The first “nippy” mornings of late September and early October would send us scurrying downstairs to finish dressing by the warm fire.  How good breakfast smelled and how hungry we were.  On such mornings, one of us was sure to think of nutting, and say, “Let’s go to the woods tonight after school and see if we are going to have nuts this year”.  Father had been before, but he always let us go see for ourselves.  There is nothing nicer than the smell of the woods at this time of year.  We’d visit all the hickory nut trees, the many chestnut trees, and the few butternut trees on the farm and scan each one for sight of nuts.  In plentiful years we could hardly wait for the killing frosts to open the burrs and hard outer shells.  When these came, armed with baskets and pails (Father usually went along with a long pole for knocking the nuts off the branches), we’d go to the woods for the coveted nuts.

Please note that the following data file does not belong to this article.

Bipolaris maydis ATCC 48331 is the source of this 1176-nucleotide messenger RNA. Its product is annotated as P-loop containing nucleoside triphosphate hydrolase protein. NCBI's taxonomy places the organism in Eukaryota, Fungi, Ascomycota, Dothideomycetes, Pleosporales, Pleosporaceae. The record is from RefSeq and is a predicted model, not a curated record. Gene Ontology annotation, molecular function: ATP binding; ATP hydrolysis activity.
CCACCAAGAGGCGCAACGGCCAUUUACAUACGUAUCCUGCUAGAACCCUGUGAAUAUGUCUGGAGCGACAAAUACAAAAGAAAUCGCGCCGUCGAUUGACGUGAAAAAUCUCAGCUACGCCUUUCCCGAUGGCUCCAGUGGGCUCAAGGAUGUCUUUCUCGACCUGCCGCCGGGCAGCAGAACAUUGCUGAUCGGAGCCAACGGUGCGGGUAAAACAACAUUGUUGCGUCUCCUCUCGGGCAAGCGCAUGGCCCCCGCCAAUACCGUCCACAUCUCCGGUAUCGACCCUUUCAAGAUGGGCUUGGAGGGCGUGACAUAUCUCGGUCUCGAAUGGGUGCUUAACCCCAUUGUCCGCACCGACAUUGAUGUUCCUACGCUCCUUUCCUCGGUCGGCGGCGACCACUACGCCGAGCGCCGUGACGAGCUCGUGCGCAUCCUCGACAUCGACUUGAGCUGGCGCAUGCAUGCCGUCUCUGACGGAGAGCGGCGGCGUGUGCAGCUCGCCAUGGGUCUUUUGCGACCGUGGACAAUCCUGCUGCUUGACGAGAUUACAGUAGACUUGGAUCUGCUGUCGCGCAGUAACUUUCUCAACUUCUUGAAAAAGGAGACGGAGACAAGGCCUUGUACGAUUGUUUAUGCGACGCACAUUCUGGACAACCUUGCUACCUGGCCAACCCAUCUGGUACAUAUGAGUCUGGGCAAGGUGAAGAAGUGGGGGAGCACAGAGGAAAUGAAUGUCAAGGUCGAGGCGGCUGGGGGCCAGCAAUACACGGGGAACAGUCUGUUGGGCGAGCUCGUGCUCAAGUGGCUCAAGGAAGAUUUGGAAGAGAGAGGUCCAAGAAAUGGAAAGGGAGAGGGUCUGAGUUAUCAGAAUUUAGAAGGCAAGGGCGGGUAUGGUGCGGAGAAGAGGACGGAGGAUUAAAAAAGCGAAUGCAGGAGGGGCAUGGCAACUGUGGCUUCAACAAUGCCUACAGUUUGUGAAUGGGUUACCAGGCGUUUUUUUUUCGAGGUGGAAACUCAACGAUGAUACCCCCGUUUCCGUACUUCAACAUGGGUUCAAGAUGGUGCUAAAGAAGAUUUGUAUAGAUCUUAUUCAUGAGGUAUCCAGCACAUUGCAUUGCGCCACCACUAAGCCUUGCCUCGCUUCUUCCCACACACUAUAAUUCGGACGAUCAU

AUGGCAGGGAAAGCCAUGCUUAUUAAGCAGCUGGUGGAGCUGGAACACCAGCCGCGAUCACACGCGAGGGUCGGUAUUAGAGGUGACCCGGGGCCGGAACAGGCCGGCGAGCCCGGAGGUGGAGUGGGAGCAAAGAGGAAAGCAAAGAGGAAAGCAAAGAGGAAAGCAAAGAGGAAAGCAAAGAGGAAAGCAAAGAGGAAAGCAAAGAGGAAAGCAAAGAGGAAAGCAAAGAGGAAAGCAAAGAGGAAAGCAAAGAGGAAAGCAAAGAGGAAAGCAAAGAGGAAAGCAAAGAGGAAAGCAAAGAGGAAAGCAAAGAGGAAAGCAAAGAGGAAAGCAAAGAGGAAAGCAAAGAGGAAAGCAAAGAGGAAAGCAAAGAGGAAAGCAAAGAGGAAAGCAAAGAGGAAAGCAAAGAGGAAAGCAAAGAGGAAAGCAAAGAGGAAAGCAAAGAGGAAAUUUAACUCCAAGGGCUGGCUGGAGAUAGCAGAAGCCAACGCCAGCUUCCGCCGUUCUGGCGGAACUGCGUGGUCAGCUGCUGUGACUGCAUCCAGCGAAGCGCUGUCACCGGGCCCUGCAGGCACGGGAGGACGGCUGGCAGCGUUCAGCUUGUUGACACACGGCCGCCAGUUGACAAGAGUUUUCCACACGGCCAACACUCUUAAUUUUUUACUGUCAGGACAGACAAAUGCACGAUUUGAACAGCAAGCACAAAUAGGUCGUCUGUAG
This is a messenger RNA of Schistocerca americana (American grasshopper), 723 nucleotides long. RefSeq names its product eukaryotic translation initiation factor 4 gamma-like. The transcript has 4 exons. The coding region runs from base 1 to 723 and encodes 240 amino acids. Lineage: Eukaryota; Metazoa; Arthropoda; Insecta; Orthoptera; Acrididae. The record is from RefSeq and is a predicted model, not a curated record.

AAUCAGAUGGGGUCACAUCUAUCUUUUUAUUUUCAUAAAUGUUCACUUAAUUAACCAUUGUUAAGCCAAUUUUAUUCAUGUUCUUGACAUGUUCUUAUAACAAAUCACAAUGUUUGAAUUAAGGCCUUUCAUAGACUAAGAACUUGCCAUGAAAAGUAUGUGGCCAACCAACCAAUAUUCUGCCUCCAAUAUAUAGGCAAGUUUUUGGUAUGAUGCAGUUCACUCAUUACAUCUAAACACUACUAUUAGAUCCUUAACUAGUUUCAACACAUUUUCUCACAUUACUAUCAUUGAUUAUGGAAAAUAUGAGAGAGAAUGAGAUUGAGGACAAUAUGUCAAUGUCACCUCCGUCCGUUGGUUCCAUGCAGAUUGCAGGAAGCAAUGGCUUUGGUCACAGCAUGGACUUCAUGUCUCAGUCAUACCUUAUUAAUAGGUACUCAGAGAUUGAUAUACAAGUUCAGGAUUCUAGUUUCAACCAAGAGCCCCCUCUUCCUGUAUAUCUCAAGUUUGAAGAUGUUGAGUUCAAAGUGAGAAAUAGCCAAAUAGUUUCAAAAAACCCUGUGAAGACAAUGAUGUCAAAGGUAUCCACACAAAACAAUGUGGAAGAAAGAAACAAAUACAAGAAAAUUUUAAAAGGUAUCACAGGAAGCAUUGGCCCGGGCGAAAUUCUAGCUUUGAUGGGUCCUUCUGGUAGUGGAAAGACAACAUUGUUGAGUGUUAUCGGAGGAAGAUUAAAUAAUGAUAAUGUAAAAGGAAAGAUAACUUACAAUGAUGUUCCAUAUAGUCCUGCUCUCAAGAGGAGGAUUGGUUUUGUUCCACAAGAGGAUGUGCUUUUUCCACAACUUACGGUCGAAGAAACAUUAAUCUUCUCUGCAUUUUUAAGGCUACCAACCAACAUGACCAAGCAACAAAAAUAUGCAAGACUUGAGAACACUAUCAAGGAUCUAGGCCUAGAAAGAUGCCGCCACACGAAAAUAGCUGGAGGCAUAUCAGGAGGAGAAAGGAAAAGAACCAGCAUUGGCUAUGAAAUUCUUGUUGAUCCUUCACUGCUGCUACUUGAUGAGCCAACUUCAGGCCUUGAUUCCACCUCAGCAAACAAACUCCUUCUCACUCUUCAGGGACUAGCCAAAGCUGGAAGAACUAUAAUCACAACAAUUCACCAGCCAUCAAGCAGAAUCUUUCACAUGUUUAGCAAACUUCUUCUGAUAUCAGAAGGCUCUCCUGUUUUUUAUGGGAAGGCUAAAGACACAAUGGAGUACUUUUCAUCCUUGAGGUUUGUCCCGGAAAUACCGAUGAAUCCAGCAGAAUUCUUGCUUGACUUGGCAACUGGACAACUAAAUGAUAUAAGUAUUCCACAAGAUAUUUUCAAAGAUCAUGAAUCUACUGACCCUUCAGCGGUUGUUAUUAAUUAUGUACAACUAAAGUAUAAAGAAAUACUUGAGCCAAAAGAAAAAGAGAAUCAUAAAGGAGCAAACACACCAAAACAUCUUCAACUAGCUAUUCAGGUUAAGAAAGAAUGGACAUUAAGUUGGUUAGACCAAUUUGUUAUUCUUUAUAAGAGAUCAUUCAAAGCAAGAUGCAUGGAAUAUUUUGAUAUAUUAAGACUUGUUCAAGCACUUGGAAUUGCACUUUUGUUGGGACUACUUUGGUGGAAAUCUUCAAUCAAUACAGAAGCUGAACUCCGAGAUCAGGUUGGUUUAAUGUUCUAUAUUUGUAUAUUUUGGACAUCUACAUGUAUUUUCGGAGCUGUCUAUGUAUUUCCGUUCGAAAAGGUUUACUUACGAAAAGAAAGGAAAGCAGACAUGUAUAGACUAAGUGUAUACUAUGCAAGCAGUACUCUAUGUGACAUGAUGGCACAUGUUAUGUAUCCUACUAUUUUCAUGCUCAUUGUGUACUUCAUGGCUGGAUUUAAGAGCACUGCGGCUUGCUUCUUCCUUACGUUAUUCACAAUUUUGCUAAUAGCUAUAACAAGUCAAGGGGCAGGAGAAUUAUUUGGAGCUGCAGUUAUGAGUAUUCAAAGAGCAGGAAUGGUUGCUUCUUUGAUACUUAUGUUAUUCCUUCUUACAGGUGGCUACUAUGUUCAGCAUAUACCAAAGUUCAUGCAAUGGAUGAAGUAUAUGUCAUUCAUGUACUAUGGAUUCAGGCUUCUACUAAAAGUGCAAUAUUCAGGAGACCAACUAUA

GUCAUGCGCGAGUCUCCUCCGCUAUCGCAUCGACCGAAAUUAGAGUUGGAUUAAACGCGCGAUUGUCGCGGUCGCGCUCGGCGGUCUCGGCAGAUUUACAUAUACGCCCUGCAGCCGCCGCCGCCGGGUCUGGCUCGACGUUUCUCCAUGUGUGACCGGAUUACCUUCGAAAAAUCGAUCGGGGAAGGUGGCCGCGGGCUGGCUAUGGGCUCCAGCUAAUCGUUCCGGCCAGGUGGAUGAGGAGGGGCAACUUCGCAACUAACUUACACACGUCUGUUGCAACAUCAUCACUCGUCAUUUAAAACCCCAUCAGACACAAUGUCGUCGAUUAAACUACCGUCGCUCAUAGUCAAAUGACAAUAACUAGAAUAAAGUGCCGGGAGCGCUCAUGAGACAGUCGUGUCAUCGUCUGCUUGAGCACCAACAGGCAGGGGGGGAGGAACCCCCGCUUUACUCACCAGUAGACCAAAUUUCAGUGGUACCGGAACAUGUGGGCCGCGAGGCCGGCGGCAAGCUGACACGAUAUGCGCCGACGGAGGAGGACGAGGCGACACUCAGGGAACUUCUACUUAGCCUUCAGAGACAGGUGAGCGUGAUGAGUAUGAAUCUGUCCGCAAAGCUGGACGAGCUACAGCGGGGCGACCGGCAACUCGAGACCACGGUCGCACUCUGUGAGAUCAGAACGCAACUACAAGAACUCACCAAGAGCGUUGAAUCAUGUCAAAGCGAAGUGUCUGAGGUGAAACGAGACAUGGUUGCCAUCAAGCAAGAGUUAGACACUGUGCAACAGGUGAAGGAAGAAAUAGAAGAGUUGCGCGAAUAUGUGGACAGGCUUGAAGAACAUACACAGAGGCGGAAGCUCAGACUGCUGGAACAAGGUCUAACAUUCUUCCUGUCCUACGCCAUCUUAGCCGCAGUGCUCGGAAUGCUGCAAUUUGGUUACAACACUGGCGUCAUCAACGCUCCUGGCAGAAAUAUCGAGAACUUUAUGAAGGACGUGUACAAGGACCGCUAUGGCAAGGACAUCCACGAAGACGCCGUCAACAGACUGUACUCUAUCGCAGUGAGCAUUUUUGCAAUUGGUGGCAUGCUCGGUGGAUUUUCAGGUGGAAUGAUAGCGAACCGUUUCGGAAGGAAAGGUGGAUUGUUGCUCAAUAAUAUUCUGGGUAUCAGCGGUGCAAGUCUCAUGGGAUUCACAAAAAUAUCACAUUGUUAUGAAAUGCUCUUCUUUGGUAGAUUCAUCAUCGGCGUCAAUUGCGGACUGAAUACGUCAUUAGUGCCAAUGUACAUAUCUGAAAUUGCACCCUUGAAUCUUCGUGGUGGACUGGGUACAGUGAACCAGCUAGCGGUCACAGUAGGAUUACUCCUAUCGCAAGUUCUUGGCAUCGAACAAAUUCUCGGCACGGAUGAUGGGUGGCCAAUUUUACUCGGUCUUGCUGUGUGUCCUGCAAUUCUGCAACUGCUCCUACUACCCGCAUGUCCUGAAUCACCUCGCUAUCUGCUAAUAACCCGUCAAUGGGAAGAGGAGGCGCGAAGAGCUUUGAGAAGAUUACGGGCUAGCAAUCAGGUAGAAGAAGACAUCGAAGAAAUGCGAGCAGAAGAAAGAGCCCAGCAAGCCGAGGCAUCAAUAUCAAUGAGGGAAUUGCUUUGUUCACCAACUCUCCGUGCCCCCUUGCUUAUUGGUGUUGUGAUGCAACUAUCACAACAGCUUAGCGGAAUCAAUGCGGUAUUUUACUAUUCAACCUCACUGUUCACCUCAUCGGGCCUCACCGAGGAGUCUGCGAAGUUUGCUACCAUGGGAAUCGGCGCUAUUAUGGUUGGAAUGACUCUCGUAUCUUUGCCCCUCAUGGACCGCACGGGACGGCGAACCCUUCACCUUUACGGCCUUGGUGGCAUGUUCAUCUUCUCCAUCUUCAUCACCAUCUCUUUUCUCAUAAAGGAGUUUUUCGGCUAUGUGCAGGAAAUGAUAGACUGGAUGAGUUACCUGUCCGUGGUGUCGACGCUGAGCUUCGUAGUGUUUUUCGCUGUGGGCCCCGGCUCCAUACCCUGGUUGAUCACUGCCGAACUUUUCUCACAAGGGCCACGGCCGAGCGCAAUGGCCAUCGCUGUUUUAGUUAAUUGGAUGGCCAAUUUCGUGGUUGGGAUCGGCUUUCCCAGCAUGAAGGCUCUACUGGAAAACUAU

We had to gather a few to satisfy our appetites at first, of course.  Chestnuts are hardly known these days, but then we had a feast on them.  We never gathered too many, as we liked them to eat when ripe rather then when dry.  It was fun to sit on the ground near a rock (many were found in the New England pastures) and crack open the shells of the hickory nuts with a small stone for a hammer, and taste once again the nuts we liked so much.  How the squirrels chattered when we came!  Probably wishing we’d leave their winter supply of food alone.  We often heard or startled a partridge as we rustled through the leaves.

With a good supply of nuts we’d go home and spread then to dry.  We always gathered as many hickory nuts and butternuts as we could, as we never bought nuts those days, for nut cake, candy or Christmas cookies.

How the squirrels would work days to get their supply of winter food.  It was fun to see a squirrel with a mouth full of nuts scurrying along the limbs of the trees, off to its winter home in a nearby tree trunk.  Mother told us not to fret that they would go hungry when nuts were plentiful, as they worked from dawn till dark stowing away nuts.